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A Brooklyn man died Saturday night after being struck by a medallion taxi while crossing Queens Boulevard against the light, about 130 feet away from the 57th Avenue crosswalk in Elmhurst, a spokesman for the Department of Transportation said.
Maurice Bratec, 52, of 2218 Atlantic Ave. was rushed to St. John's Hospital after being hit at approximately 11:12 p.m. where he was pronounced dead shortly before midnight, said police.
He was the second pedestrian to die crossing Queens Boulevard this year and the 80th pedestrian to die on the boulevard since 1993.
No summonses or arrests were made, said police.
"This obviously wasn't an accident where both people were in the right," said Tom Cocola, a spokesman for the DOT. "The gentleman wasn't quite at the crosswalk, and he was not crossing at the right time... I think it's a reminder that pedestrians need to use extreme caution when crossing Queens Boulevard."
The DOT began implementing changes in 2001 to make Queens Boulevard, also known as the "Boulevard of Death," safer. Along a stretch of approximately 4.5 miles in Forest Hills, more than 400 signs were put up warning pedestrians to be alert while crossing the road, red lights were lengthened to give pedestrians more time to cross, a four-foot fence was put up on medians to prevent jaywalking, and parking meters were installed along the service roads in both directions along the boulevard.
In addition, the speed limit along the entire boulevard was reduced to a uniform 30 mph.
The DOT is now looking into installing parking meters and putting up signs and pedestrian fencing at the extremities of the boulevard, including the location where Bratec was struck.
"Initially we looked at a four-to-five-mile stretch in Forest Hills," said Laura Brick, a spokeswoman for the DOT. "Now that that's proven to be working out, we're looking at the extremities, from the Queensborough Bridge to 50th Avenue, and from the 80s to Union Turnpike."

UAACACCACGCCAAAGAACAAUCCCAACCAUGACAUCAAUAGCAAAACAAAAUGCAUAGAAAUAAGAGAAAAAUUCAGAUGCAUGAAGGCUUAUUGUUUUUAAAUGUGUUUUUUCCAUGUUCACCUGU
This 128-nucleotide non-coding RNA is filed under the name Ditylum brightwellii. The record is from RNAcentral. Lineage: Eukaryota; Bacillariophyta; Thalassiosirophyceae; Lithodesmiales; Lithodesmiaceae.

At the request of Borough President Helen Marshall, the DOT is also looking into installing more mid-block crossings, which allows people to cross safely in the middle of the block instead of having to walk to a corner intersection, where cars frequently turn into the crosswalk.
According to Dan Andrews, a spokesman for Marshall, there are currently four mid-block crossings on Queens Boulevard, located at 68th Avenue, 69th Avenue, 70th Avenue and across from Borough Hall, near Union Turnpike.
Andrews said the borough president thought mid-block crossings were a good idea because it saved people some walking, and the one across the street from Borough Hall was very popular.
"People didn't want to walk to Union Turnpike - they would see the deli right across the street, and think 'I'll just run across,'" said Andrews. "We have a light now. It saves a lot of walking and it's mid-block."
Andrews emphasized that the borough president was asking the DOT to look into installing lights at mid-block, not suggesting that people cross mid-block without a light.
"It's not any one thing that's going to make Queens Boulevard safer," said Andrews. "The fact is when you step off the curb, you have to be fully cognizant that you're crossing a very dangerous boulevard. This is a very wide street that runs through residential neighborhoods."
Reach reporter Tien-Shun Lee by e-mail at Timesledger@aol.com, or call 1-718-229-0300, Ext. 155.
©2003 Community Newspaper Group
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